Mother of All by Heather Marie Adkins showed up as a recommended book was I was browsing through Amazon to find something similar to Patricia Briggs and Ilona Andrews; so I picked up a copy. The description of the main character – a hedge-witch – seemed interesting, and I am always looking for something new in the urban/contemporary fantasy genre.
Mother of All by Heather Marie Adkins (Hedgewitch Mystery #1)
Published by Author on September 23, 2014
Genres: Contemporary, Mystery
Page Length: 262 pages
How I got my copy: Purchased
Amazon - Barnes & Noble - Goodreads
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Life is good for modern-day witch, Mena McGinty. After an abusive past, she sought refuge in a small Maine town and established her dream life. Her small off-the-grid cottage is thriving under an herb and craft business, and she’s content with her happily-ever-after.
Idyllic Waterford is shattered by the first murder in years—a pregnant woman, whose battered body is sans her unborn child. This act of violence kicks off a string of similar murders, and all signs point to Mena’s best friend as the next victim.
Mena will do anything it takes to protect the woman who saved her from her awful past, even if it means butting heads with the sexy Chief of Police or putting herself in danger to search for the killer. The only problem is, she suspects it may be the mysterious Irish stranger sleeping on her couch.
A man who arrives in town only days before the first murder.
- The concept of a protagonist who is a hedge-witch and herbalist was refreshing to read. The author let us into Mena’s gentle, nature-focused religious practices of prayers, visualizations, and affirmations as well as her care for her garden and a variety of animals. Plus, I was very impressed by the way she handled the practical details of a principled low-impact lifestyle lived mostly off-the-grid as well as the magical realism of Mena’s practices.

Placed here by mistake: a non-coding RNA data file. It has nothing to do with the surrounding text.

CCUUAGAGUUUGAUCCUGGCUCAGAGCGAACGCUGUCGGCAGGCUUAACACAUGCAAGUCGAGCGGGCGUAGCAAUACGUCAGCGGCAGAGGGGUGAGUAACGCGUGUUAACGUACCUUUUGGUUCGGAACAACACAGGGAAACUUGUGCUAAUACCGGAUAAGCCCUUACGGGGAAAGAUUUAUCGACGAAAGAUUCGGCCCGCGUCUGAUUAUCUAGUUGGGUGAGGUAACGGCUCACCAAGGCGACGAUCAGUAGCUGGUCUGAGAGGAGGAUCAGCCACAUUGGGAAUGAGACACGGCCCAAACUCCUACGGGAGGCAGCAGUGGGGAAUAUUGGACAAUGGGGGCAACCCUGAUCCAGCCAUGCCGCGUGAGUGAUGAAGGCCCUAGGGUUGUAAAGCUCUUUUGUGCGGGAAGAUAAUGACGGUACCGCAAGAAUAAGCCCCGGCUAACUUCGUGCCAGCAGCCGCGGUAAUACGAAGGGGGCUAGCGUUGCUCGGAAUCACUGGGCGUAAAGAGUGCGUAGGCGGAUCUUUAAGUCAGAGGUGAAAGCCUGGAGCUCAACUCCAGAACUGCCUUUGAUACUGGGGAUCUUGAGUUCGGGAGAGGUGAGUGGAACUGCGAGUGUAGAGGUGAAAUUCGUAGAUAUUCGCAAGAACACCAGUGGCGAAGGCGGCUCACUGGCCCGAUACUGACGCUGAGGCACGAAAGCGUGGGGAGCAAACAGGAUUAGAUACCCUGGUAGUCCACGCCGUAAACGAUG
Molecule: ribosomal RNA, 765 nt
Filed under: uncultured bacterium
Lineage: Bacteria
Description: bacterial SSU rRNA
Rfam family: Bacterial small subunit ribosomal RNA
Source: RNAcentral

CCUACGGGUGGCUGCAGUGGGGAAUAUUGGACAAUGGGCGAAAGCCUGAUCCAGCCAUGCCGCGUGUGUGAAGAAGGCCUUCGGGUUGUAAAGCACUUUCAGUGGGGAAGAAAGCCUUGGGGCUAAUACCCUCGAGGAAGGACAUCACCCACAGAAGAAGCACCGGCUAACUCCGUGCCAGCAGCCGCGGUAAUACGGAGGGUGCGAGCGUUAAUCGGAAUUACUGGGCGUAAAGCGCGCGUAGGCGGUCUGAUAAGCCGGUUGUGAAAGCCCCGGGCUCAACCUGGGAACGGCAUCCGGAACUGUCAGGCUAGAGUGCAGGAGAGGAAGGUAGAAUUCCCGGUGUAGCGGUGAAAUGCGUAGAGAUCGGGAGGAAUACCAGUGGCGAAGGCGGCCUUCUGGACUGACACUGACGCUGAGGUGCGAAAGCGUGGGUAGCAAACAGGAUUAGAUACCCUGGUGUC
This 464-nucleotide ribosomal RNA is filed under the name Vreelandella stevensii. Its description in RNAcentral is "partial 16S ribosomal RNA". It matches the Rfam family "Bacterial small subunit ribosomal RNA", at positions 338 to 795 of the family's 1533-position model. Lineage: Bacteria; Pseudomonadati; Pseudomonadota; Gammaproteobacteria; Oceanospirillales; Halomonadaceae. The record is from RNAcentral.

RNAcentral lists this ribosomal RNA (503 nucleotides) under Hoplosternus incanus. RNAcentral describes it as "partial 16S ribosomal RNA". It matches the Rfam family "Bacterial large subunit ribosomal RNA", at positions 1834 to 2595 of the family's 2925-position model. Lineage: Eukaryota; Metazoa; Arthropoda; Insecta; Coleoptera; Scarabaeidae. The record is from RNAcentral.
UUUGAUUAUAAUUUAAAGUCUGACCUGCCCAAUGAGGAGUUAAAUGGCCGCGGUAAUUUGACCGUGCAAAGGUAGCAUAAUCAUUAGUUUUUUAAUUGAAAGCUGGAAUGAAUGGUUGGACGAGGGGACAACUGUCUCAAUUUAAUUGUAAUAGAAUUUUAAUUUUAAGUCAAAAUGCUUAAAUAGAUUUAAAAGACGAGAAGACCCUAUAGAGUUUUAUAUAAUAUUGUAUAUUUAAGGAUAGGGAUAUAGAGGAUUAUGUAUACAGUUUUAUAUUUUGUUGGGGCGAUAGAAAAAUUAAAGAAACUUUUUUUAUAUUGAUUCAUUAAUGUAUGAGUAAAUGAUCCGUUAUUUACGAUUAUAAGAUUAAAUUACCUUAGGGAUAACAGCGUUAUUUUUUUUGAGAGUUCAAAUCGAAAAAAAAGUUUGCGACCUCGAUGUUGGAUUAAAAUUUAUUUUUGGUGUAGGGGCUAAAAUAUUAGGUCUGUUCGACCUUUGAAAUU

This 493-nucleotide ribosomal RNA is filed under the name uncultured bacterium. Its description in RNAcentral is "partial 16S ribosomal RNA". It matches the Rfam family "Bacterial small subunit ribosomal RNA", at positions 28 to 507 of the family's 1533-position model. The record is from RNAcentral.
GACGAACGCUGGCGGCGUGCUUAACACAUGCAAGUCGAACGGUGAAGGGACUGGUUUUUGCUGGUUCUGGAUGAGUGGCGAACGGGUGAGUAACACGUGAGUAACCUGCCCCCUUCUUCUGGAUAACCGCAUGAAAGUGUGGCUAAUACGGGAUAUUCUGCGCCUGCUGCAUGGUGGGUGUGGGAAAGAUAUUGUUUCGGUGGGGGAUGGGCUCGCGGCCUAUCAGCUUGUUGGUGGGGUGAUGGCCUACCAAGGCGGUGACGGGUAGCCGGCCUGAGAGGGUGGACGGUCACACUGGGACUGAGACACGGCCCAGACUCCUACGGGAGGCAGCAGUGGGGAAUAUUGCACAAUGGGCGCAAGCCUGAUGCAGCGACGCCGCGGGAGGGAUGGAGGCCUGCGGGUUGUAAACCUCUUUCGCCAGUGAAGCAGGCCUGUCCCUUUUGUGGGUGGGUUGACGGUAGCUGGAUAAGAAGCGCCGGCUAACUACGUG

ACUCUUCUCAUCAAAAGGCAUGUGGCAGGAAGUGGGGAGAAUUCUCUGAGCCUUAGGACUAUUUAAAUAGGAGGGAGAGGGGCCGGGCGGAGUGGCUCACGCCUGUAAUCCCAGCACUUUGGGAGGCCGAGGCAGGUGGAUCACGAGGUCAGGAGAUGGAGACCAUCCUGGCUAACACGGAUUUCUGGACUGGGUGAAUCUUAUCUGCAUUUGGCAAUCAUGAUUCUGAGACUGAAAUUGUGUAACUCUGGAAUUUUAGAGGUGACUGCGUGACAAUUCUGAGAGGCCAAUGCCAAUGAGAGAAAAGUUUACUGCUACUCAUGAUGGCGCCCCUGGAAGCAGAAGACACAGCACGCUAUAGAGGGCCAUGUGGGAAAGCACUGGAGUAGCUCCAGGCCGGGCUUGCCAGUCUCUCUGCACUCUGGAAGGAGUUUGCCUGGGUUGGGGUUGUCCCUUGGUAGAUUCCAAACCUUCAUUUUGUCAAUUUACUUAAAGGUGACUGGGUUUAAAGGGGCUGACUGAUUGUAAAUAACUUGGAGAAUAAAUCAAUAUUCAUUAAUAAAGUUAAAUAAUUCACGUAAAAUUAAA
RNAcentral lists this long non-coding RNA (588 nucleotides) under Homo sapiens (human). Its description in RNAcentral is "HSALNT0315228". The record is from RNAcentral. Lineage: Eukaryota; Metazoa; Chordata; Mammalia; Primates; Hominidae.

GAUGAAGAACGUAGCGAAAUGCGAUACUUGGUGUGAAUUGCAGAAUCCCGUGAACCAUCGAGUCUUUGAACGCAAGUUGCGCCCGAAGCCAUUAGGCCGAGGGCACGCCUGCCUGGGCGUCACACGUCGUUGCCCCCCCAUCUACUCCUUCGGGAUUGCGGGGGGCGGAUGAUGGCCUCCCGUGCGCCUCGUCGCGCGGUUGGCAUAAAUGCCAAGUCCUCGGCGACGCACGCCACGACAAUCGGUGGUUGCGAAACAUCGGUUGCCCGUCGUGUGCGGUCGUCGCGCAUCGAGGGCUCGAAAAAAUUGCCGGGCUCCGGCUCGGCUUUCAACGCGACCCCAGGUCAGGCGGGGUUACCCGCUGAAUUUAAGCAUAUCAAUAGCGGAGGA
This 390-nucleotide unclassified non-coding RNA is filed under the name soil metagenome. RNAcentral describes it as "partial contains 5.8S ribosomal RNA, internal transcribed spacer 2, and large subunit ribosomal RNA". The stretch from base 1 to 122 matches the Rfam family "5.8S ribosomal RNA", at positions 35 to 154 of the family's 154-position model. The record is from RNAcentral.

- The relationships between Mena and her friends are touchingly realistic and inviting. This is a network of strong women – each with her own characteristics, strengths, and weaknesses – that support one another through thick and thin.
- I’ve been reading too many books lately in which the strong female lead tells herself (and hence,the reader) that she doesn’t really need a man in her life just before Mr. Perfect shows up. It was particularly jarring in this volume since Mena had recently escaped from an abusive marriage. To have her open up and trust a complete stranger, inviting him to stay in her house, seemed extremely unrealistic.
- The main plot of the story — solving the mystery of a serial killer — was very weak, resolved rather abruptly, and occurred without significant contribution from the main character. It seemed almost an afterthought as if we needed something to provide a backdrop to the exploration of Mena’s life and relationships.
As a book about a tight-knit group of strong female friends, this is a very good and refreshing read. But the plot is weak, and the arrival of the perfect man (I kid you not) to serve as a not-very-effective red herring knocks it down to being an average self-published offering in the contemporary fiction genre.
You don’t have to take my word for it though, here’s an excerpt!
Mother Of All by Heather Marie Adkins
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